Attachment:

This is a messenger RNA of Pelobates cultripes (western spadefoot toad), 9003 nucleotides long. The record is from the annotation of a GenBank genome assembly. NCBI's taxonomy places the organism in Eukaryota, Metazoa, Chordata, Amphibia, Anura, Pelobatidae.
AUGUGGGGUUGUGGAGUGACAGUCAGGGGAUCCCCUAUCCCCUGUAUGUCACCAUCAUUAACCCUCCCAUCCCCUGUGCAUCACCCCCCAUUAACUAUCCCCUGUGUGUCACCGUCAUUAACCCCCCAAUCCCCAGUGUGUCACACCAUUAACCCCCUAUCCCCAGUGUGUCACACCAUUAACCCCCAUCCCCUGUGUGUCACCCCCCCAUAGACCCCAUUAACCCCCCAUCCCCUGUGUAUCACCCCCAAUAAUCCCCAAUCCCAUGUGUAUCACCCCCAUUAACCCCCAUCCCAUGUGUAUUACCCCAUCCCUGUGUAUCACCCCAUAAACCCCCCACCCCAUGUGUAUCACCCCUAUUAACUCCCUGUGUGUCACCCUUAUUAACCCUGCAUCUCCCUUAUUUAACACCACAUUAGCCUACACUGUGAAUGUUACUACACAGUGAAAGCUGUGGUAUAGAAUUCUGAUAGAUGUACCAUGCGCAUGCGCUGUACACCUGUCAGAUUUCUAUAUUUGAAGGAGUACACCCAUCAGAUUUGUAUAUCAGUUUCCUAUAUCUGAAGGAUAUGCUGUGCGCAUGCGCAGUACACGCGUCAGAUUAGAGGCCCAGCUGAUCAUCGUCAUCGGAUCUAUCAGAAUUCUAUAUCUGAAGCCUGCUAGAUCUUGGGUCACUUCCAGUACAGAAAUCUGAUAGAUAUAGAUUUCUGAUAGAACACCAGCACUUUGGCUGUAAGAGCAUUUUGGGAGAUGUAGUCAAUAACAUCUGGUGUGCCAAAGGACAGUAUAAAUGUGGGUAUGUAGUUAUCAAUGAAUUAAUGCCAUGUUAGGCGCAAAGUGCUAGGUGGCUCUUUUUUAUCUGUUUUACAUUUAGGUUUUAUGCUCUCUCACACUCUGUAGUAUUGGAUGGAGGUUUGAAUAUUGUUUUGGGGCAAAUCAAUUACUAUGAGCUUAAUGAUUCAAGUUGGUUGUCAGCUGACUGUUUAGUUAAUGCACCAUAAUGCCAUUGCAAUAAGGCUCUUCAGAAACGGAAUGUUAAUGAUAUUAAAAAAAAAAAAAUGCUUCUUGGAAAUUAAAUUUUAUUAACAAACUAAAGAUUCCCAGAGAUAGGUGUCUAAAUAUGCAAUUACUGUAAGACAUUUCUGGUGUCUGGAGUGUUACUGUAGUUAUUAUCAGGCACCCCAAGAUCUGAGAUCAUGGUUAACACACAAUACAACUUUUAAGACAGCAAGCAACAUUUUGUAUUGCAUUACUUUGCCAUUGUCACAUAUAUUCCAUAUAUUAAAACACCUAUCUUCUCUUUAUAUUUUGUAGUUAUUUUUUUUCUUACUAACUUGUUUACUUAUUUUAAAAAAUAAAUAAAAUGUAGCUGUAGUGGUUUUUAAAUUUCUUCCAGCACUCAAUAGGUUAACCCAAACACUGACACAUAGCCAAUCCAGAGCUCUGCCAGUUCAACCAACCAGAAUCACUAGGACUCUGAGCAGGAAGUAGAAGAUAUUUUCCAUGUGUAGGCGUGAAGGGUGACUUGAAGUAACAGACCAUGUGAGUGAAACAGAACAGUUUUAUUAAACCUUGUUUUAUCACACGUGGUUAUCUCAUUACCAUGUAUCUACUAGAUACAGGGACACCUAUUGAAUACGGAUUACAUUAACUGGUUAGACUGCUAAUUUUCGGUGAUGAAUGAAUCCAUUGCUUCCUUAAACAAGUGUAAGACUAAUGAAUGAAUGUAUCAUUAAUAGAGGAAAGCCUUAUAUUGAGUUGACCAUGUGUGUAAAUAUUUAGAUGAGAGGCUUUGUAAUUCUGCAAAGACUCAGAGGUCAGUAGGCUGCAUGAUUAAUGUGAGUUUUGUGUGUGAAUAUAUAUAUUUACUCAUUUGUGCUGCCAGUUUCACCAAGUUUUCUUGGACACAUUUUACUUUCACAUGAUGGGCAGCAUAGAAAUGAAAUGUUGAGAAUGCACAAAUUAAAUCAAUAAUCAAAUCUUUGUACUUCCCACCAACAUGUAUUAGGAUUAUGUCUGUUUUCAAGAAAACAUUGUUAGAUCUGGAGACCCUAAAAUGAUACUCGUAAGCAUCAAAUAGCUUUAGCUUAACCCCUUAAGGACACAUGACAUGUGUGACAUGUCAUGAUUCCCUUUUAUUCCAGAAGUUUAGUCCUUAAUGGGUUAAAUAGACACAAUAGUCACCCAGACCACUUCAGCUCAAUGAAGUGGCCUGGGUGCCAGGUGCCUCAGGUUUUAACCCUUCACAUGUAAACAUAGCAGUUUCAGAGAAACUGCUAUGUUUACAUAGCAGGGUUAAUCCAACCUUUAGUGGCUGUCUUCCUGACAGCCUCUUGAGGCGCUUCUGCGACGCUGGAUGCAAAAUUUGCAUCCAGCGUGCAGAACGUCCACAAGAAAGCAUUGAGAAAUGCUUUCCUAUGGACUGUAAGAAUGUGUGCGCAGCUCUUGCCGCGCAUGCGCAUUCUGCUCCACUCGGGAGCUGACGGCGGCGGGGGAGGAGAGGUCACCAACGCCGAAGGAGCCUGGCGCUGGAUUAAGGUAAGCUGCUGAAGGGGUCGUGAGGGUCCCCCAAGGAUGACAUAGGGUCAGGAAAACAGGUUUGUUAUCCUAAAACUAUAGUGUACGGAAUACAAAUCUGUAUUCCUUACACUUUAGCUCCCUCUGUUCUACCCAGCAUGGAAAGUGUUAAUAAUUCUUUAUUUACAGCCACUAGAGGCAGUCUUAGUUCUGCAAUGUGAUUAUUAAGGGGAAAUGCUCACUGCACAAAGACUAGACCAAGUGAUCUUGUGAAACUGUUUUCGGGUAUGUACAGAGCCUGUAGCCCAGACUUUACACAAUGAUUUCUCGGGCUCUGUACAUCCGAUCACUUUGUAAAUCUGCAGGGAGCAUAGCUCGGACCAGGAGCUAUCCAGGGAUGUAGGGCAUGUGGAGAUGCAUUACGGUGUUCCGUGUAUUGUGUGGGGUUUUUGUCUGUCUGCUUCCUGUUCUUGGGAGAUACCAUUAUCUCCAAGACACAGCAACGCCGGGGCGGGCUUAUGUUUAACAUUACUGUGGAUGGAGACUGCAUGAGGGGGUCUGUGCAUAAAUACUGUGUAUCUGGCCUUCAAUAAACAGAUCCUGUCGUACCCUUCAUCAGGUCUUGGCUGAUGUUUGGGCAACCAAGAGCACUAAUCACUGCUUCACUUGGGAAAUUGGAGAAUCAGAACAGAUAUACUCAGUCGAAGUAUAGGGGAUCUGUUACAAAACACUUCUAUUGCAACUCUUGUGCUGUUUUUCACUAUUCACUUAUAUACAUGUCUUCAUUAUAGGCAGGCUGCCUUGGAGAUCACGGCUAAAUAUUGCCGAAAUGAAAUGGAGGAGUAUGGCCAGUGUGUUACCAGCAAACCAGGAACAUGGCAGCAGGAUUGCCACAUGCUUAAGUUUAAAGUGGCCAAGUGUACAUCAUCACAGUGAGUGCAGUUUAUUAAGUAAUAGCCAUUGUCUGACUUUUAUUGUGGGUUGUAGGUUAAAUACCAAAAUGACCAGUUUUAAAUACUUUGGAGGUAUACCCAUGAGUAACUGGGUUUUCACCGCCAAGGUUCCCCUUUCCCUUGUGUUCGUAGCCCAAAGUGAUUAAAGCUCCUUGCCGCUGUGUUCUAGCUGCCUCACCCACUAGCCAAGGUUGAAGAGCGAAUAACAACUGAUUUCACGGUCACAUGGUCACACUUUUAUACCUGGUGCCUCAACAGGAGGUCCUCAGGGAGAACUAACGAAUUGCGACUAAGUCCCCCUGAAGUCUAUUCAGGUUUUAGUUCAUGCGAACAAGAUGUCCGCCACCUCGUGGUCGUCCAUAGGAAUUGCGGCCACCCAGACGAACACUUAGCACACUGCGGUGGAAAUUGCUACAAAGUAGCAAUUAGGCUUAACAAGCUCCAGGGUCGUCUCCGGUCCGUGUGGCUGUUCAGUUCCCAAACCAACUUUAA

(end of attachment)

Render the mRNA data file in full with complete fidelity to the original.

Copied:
This is a messenger RNA of Pelobates cultripes (western spadefoot toad), 9003 nucleotides long. The record is from the annotation of a GenBank genome assembly. NCBI's taxonomy places the organism in Eukaryota, Metazoa, Chordata, Amphibia, Anura, Pelobatidae.
AUGUGGGGUUGUGGAGUGACAGUCAGGGGAUCCCCUAUCCCCUGUAUGUCACCAUCAUUAACCCUCCCAUCCCCUGUGCAUCACCCCCCAUUAACUAUCCCCUGUGUGUCACCGUCAUUAACCCCCCAAUCCCCAGUGUGUCACACCAUUAACCCCCUAUCCCCAGUGUGUCACACCAUUAACCCCCAUCCCCUGUGUGUCACCCCCCCAUAGACCCCAUUAACCCCCCAUCCCCUGUGUAUCACCCCCAAUAAUCCCCAAUCCCAUGUGUAUCACCCCCAUUAACCCCCAUCCCAUGUGUAUUACCCCAUCCCUGUGUAUCACCCCAUAAACCCCCCACCCCAUGUGUAUCACCCCUAUUAACUCCCUGUGUGUCACCCUUAUUAACCCUGCAUCUCCCUUAUUUAACACCACAUUAGCCUACACUGUGAAUGUUACUACACAGUGAAAGCUGUGGUAUAGAAUUCUGAUAGAUGUACCAUGCGCAUGCGCUGUACACCUGUCAGAUUUCUAUAUUUGAAGGAGUACACCCAUCAGAUUUGUAUAUCAGUUUCCUAUAUCUGAAGGAUAUGCUGUGCGCAUGCGCAGUACACGCGUCAGAUUAGAGGCCCAGCUGAUCAUCGUCAUCGGAUCUAUCAGAAUUCUAUAUCUGAAGCCUGCUAGAUCUUGGGUCACUUCCAGUACAGAAAUCUGAUAGAUAUAGAUUUCUGAUAGAACACCAGCACUUUGGCUGUAAGAGCAUUUUGGGAGAUGUAGUCAAUAACAUCUGGUGUGCCAAAGGACAGUAUAAAUGUGGGUAUGUAGUUAUCAAUGAAUUAAUGCCAUGUUAGGCGCAAAGUGCUAGGUGGCUCUUUUUUAUCUGUUUUACAUUUAGGUUUUAUGCUCUCUCACACUCUGUAGUAUUGGAUGGAGGUUUGAAUAUUGUUUUGGGGCAAAUCAAUUACUAUGAGCUUAAUGAUUCAAGUUGGUUGUCAGCUGACUGUUUAGUUAAUGCACCAUAAUGCCAUUGCAAUAAGGCUCUUCAGAAACGGAAUGUUAAUGAUAUUAAAAAAAAAAAAAUGCUUCUUGGAAAUUAAAUUUUAUUAACAAACUAAAGAUUCCCAGAGAUAGGUGUCUAAAUAUGCAAUUACUGUAAGACAUUUCUGGUGUCUGGAGUGUUACUGUAGUUAUUAUCAGGCACCCCAAGAUCUGAGAUCAUGGUUAACACACAAUACAACUUUUAAGACAGCAAGCAACAUUUUGUAUUGCAUUACUUUGCCAUUGUCACAUAUAUUCCAUAUAUUAAAACACCUAUCUUCUCUUUAUAUUUUGUAGUUAUUUUUUUUCUUACUAACUUGUUUACUUAUUUUAAAAAAUAAAUAAAAUGUAGCUGUAGUGGUUUUUAAAUUUCUUCCAGCACUCAAUAGGUUAACCCAAACACUGACACAUAGCCAAUCCAGAGCUCUGCCAGUUCAACCAACCAGAAUCACUAGGACUCUGAGCAGGAAGUAGAAGAUAUUUUCCAUGUGUAGGCGUGAAGGGUGACUUGAAGUAACAGACCAUGUGAGUGAAACAGAACAGUUUUAUUAAACCUUGUUUUAUCACACGUGGUUAUCUCAUUACCAUGUAUCUACUAGAUACAGGGACACCUAUUGAAUACGGAUUACAUUAACUGGUUAGACUGCUAAUUUUCGGUGAUGAAUGAAUCCAUUGCUUCCUUAAACAAGUGUAAGACUAAUGAAUGAAUGUAUCAUUAAUAGAGGAAAGCCUUAUAUUGAGUUGACCAUGUGUGUAAAUAUUUAGAUGAGAGGCUUUGUAAUUCUGCAAAGACUCAGAGGUCAGUAGGCUGCAUGAUUAAUGUGAGUUUUGUGUGUGAAUAUAUAUAUUUACUCAUUUGUGCUGCCAGUUUCACCAAGUUUUCUUGGACACAUUUUACUUUCACAUGAUGGGCAGCAUAGAAAUGAAAUGUUGAGAAUGCACAAAUUAAAUCAAUAAUCAAAUCUUUGUACUUCCCACCAACAUGUAUUAGGAUUAUGUCUGUUUUCAAGAAAACAUUGUUAGAUCUGGAGACCCUAAAAUGAUACUCGUAAGCAUCAAAUAGCUUUAGCUUAACCCCUUAAGGACACAUGACAUGUGUGACAUGUCAUGAUUCCCUUUUAUUCCAGAAGUUUAGUCCUUAAUGGGUUAAAUAGACACAAUAGUCACCCAGACCACUUCAGCUCAAUGAAGUGGCCUGGGUGCCAGGUGCCUCAGGUUUUAACCCUUCACAUGUAAACAUAGCAGUUUCAGAGAAACUGCUAUGUUUACAUAGCAGGGUUAAUCCAACCUUUAGUGGCUGUCUUCCUGACAGCCUCUUGAGGCGCUUCUGCGACGCUGGAUGCAAAAUUUGCAUCCAGCGUGCAGAACGUCCACAAGAAAGCAUUGAGAAAUGCUUUCCUAUGGACUGUAAGAAUGUGUGCGCAGCUCUUGCCGCGCAUGCGCAUUCUGCUCCACUCGGGAGCUGACGGCGGCGGGGGAGGAGAGGUCACCAACGCCGAAGGAGCCUGGCGCUGGAUUAAGGUAAGCUGCUGAAGGGGUCGUGAGGGUCCCCCAAGGAUGACAUAGGGUCAGGAAAACAGGUUUGUUAUCCUAAAACUAUAGUGUACGGAAUACAAAUCUGUAUUCCUUACACUUUAGCUCCCUCUGUUCUACCCAGCAUGGAAAGUGUUAAUAAUUCUUUAUUUACAGCCACUAGAGGCAGUCUUAGUUCUGCAAUGUGAUUAUUAAGGGGAAAUGCUCACUGCACAAAGACUAGACCAAGUGAUCUUGUGAAACUGUUUUCGGGUAUGUACAGAGCCUGUAGCCCAGACUUUACACAAUGAUUUCUCGGGCUCUGUACAUCCGAUCACUUUGUAAAUCUGCAGGGAGCAUAGCUCGGACCAGGAGCUAUCCAGGGAUGUAGGGCAUGUGGAGAUGCAUUACGGUGUUCCGUGUAUUGUGUGGGGUUUUUGUCUGUCUGCUUCCUGUUCUUGGGAGAUACCAUUAUCUCCAAGACACAGCAACGCCGGGGCGGGCUUAUGUUUAACAUUACUGUGGAUGGAGACUGCAUGAGGGGGUCUGUGCAUAAAUACUGUGUAUCUGGCCUUCAAUAAACAGAUCCUGUCGUACCCUUCAUCAGGUCUUGGCUGAUGUUUGGGCAACCAAGAGCACUAAUCACUGCUUCACUUGGGAAAUUGGAGAAUCAGAACAGAUAUACUCAGUCGAAGUAUAGGGGAUCUGUUACAAAACACUUCUAUUGCAACUCUUGUGCUGUUUUUCACUAUUCACUUAUAUACAUGUCUUCAUUAUAGGCAGGCUGCCUUGGAGAUCACGGCUAAAUAUUGCCGAAAUGAAAUGGAGGAGUAUGGCCAGUGUGUUACCAGCAAACCAGGAACAUGGCAGCAGGAUUGCCACAUGCUUAAGUUUAAAGUGGCCAAGUGUACAUCAUCACAGUGAGUGCAGUUUAUUAAGUAAUAGCCAUUGUCUGACUUUUAUUGUGGGUUGUAGGUUAAAUACCAAAAUGACCAGUUUUAAAUACUUUGGAGGUAUACCCAUGAGUAACUGGGUUUUCACCGCCAAGGUUCCCCUUUCCCUUGUGUUCGUAGCCCAAAGUGAUUAAAGCUCCUUGCCGCUGUGUUCUAGCUGCCUCACCCACUAGCCAAGGUUGAAGAGCGAAUAACAACUGAUUUCACGGUCACAUGGUCACACUUUUAUACCUGGUGCCUCAACAGGAGGUCCUCAGGGAGAACUAACGAAUUGCGACUAAGUCCCCCUGAAGUCUAUUCAGGUUUUAGUUCAUGCGAACAAGAUGUCCGCCACCUCGUGGUCGUCCAUAGGAAUUGCGGCCACCCAGACGAACACUUAGCACACUGCGGUGGAAAUUGCUACAAAGUAGCAAUUAGGCUUAACAAGCUCCAGGGUCGUCUCCGGUCCGUGUGGCUGUUCAGUUCCCAAACCAACUUUAA